This year’s Budget is probably George Osborne’s most critical (and perhaps last) one yet, with only two months until the General Election.
The Chancellor’s triumphant tone was unsurprising and continued throughout his speech, which began with numerous ‘we choose' statements, one of which was about small business:
‘We choose aspiration,’ the Chancellor told a restless parliament. ‘This Budget backs the self-employed, the small business owner…’
But was there proof of this in the Budget?
We take a look at the key areas that will impact small business…
Considering that many small businesses regard business rates as their greatest hindrance to growth, there wasn't much attention paid to individual rates.
However, in a bid to re-affirm that the Government wants a ‘northern powerhouse,’ Osborne claimed that the councils of four regions have been told they can keep the entireity of the income from local business rates of shops and restaurants instead of the current arrangement of having to give nearly half to central goverment .
Greater Manchester, Peterborough, Cheshire East and Cambridgeshire will take part in a trial run from April and will begin receiving all the rates paid in the areas. If devolution is successful, other councils across the UK could also receive 100 per cent of the benefit of the rates.
‘We have reached a provisional agreement to allow Greater Manchester to keep 100 per cent of the additional growth in local business rates… We are going to offer the same deal to Cambridge and other surrounding councils and my door is open to other areas that want to proceed as well.’
The main aim is to enable local businesses to grow with the increased rates collected by the councils.
On the whole, the move to devolve business rates to local councils has been welcomed. However some have warned that Government needs to take care that authorities don’t abuse their power and increase rates to subsequently fill gaps in budgets.
There was a further mention of the plans for a business rates review. Chairman of the Federation of Small Business (FSB), John Allan, said that the review was ‘long overdue’: ‘It must deliver tangible benefits to businesses and not end up as just another report that sits on the shelf.’
Tax avoidance and clamp down on big corporations
This was a key topic for Osborne and while he said that there would be ‘no gimmicks,’ the clamping down on rich individuals and tax avoiders certainly seemed like a crowdpleaser.
Osborne mentioned the increased share of income tax that the top 1% of earners now paid, ‘from 25% (in 2010) to 27%'.
This statement led to another 'Osborne promise' to make multi-national corporations pay more tax (‘Google Tax’) and also to come down harder on tax avoiders by imposing bigger financial penalties and even prison sentences:
‘I can confirm that we will legislate for it next week and bring it into effect at the start of next month… And we’ll no longer allow businesses to take account of foreign branches when reclaiming VAT on overheads – making the system simpler and fairer. We will close loopholes to make sure Entrepreneurs Relief is only available to those selling genuine stakes in businesses.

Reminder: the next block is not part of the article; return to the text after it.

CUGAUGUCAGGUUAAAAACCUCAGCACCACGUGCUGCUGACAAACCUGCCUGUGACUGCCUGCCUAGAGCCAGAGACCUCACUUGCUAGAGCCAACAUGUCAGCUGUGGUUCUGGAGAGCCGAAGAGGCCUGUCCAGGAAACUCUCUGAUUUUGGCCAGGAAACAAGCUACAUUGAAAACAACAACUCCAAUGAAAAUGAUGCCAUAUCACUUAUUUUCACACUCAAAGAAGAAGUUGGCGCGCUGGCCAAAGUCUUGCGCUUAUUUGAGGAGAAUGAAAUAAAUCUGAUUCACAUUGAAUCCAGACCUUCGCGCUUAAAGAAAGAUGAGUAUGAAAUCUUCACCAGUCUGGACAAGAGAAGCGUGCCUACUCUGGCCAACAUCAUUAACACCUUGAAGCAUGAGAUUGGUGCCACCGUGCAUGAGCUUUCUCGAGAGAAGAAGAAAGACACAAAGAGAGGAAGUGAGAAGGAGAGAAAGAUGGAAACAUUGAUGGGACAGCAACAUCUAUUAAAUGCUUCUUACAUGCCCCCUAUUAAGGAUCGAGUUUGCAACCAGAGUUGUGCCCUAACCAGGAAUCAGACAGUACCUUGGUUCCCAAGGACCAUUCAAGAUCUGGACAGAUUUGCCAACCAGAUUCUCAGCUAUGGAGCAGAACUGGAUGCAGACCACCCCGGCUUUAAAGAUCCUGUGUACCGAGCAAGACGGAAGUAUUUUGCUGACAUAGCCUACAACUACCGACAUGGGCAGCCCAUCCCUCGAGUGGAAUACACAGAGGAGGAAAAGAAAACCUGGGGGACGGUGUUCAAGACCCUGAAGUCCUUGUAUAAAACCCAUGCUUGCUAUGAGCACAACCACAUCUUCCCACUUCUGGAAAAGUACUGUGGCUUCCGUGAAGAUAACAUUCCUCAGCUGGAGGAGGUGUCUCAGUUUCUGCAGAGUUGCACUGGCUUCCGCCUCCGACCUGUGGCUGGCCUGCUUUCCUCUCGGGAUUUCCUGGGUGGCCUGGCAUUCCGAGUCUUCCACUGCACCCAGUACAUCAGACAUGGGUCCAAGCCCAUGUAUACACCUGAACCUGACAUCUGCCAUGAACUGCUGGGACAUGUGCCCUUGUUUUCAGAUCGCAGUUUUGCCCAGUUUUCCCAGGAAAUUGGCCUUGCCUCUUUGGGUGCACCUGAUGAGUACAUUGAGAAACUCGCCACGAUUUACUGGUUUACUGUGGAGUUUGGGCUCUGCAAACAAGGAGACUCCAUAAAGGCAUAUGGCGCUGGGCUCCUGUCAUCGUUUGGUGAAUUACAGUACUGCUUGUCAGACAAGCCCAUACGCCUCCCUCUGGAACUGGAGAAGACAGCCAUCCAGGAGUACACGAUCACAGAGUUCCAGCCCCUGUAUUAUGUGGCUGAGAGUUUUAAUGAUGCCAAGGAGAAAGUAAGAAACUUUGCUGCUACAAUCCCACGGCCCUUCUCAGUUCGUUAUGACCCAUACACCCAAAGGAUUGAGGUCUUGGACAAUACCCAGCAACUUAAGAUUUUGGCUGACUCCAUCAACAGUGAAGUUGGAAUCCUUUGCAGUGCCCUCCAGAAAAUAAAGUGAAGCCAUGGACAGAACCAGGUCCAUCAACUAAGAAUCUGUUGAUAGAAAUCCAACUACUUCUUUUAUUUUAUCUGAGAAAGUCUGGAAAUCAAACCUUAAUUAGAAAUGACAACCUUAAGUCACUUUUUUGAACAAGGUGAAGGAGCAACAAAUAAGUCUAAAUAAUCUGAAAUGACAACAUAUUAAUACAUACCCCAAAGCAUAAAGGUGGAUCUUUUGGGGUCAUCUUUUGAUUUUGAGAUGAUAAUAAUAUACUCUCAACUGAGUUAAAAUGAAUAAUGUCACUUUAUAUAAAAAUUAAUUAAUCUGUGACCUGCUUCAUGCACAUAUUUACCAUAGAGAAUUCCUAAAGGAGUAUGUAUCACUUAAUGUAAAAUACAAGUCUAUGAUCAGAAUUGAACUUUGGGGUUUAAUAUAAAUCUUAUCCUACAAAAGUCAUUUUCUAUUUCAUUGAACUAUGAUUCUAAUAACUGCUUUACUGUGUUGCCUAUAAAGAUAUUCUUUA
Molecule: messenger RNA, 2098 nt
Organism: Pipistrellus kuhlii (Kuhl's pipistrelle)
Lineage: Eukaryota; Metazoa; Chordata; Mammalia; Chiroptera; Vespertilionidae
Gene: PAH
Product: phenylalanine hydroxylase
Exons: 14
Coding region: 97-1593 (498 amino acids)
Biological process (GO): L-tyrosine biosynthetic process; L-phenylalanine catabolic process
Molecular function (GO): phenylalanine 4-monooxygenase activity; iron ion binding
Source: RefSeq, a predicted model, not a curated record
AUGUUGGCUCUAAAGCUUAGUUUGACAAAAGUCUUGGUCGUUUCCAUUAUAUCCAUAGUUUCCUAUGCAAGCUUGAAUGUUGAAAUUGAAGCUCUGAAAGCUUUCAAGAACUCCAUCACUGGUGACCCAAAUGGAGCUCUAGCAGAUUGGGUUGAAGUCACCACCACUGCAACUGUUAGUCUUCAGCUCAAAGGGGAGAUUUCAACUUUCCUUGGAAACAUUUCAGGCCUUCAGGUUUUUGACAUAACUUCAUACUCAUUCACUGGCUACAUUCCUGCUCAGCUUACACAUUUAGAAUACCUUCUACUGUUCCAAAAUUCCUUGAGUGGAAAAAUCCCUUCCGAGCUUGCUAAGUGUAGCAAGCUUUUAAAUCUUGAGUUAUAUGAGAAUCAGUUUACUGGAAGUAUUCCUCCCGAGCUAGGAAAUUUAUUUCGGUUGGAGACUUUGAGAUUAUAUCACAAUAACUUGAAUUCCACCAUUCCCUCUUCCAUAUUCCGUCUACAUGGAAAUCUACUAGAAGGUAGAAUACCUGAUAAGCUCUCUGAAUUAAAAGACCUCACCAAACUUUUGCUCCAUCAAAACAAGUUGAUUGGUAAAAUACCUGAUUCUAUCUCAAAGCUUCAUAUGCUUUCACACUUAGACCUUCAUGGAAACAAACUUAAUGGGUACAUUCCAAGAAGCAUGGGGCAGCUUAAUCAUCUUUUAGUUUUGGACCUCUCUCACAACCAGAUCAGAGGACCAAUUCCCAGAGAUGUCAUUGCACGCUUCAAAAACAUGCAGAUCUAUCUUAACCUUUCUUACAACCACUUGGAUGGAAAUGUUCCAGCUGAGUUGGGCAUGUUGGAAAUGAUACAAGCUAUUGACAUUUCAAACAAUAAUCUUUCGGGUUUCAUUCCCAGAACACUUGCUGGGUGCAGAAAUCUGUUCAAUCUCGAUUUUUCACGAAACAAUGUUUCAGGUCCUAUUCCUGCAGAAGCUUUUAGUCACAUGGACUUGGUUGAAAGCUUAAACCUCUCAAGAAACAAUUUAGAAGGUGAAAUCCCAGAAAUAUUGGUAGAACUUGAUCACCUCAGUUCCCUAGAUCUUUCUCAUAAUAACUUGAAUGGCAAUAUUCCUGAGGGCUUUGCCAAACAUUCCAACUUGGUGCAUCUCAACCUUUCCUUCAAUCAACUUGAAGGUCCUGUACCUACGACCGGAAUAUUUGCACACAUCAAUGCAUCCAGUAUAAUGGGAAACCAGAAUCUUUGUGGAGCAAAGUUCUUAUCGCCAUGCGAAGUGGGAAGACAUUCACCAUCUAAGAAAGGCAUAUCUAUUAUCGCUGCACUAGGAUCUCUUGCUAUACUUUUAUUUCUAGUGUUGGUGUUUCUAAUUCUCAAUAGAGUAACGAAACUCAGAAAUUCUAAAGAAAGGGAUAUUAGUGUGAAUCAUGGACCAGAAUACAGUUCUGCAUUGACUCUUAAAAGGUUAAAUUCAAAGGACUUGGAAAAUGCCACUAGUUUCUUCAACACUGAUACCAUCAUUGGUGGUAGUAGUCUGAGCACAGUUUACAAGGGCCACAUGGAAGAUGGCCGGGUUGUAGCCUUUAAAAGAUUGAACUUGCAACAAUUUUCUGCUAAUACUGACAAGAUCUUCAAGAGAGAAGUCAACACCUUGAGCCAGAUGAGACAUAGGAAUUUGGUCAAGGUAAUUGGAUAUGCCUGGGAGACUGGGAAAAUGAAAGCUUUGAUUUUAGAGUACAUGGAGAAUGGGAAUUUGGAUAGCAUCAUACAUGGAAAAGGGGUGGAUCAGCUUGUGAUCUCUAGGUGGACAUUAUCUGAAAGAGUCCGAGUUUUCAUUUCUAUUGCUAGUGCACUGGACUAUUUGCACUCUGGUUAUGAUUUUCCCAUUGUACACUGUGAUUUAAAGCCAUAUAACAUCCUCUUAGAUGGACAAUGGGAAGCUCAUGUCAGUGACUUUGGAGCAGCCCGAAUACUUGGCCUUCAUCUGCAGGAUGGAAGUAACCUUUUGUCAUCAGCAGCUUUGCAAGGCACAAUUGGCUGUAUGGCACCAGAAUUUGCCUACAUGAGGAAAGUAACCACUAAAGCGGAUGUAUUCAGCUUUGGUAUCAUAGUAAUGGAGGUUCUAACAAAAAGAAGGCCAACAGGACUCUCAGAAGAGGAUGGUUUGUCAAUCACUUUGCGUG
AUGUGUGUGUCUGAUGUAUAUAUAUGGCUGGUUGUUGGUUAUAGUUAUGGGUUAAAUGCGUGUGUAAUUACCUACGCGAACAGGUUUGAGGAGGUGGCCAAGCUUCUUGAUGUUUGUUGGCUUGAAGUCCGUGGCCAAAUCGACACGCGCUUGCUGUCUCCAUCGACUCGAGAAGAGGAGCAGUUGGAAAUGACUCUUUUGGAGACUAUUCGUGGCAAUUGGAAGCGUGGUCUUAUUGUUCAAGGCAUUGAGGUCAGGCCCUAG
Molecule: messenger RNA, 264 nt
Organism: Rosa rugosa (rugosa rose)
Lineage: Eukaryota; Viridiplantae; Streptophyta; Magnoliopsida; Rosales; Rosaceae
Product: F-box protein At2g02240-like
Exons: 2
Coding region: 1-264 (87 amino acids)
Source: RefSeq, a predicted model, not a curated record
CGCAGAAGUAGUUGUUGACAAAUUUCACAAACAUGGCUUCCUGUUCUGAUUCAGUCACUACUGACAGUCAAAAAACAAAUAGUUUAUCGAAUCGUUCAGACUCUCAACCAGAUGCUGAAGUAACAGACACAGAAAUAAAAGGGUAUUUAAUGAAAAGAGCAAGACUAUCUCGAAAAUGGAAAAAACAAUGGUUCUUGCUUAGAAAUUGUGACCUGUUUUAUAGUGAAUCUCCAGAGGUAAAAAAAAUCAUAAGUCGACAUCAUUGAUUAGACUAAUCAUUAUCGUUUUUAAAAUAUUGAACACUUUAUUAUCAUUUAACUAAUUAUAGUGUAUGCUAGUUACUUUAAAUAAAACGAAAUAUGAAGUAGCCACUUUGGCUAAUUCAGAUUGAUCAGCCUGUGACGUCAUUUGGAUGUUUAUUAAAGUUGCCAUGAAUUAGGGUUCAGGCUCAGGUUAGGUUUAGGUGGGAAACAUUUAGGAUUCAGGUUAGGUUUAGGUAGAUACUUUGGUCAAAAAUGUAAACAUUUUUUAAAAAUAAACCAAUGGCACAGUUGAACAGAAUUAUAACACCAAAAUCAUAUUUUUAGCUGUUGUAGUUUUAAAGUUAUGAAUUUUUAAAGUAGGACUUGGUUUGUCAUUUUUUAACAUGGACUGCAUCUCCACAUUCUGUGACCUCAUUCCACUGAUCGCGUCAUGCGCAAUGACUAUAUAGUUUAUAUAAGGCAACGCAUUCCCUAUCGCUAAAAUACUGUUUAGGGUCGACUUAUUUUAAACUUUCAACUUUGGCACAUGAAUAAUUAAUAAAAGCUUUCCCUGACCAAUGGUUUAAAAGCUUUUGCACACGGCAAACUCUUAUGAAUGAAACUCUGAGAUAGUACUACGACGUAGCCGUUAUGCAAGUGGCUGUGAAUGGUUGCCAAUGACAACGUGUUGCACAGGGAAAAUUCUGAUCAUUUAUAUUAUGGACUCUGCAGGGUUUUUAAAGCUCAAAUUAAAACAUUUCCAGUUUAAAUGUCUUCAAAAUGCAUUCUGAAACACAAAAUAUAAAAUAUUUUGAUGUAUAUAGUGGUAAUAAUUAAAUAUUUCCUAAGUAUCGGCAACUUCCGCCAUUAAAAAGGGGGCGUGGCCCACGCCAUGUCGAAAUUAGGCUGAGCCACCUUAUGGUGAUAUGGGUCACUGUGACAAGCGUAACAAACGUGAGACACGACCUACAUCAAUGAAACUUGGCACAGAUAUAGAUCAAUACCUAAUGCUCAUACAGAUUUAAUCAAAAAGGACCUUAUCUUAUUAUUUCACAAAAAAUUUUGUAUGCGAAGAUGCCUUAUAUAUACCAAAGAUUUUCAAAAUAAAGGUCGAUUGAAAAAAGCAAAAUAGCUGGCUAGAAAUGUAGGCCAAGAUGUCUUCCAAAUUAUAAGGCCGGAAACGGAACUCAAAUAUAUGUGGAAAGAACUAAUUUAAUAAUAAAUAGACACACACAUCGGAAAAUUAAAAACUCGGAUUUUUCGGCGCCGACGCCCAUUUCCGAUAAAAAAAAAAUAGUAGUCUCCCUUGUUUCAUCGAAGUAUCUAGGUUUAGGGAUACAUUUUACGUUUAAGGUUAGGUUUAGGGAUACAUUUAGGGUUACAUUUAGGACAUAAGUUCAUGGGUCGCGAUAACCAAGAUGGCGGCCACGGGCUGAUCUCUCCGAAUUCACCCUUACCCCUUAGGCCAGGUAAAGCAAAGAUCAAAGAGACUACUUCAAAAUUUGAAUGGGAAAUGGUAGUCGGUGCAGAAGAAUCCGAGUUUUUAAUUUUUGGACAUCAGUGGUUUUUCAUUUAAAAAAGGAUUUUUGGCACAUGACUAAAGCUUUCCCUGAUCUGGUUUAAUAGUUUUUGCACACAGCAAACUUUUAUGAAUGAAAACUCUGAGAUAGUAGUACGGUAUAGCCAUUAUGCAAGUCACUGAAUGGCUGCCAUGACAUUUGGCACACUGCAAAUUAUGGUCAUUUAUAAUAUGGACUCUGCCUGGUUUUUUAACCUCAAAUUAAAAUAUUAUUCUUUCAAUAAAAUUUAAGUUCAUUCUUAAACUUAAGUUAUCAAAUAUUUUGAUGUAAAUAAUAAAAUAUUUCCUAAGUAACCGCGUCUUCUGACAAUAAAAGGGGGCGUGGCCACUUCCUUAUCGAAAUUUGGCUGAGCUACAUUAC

‘We will issue more accelerated payments notices to those who hold out from paying the tax that is owed. And we will stop employment intermediaries exploiting the tax system to reduce their own costs by clamping down on the agencies and umbrella companies who abuse tax reliefs on travel and subsistence – while we protect those genuinely self-employed.’
Fuel duty freeze
George Osborne announced the scrapping of the increase in fuel duty scheduled for September.
Corporation tax cut and no NI for employing under 21s
From April, George Osborne announced that corporation tax would be cut to 20%, while National Insurance would be abolished in the employment of under 21s.
‘I am also today amending corporation tax rules to prevent contrived loss arrangements,’ the Chancellor said in the Commons. He also mentioned that 5 million self-employed workers would prosper from the scrapping of Class 2 National Insurance.
Abolition of the Annual Tax Return
This was a major positive for the self-employed who harbour a perennial dread of the Annual Tax Return.
Upon calling it ‘complex,’ ‘costly’ and ‘time-consuming,’ he stated that the coalition planned to abolish the annual self-assessment tax return altogether. Instead, new digital tax accounts will be in place:
‘Millions of individuals will have the information, the revenue needs to new digital accounts. A minority with the most complex tax affairs will be able to manage their account online. Businesses will feel like they’re paying a simple, single business tax and again for most the information needed will be automatically received.’
Osborne regarded the change as a ‘revolutionary simplification of tax collections’ and echoed that long-standing HMRC strapline; ‘tax really doesn’t have to be taxing.’
At the end of his speech, the Chancellor's triumphant tone appeared to reach its crescendo: 'This is the Budget for Britain: the comeback country.'
Do you agree?
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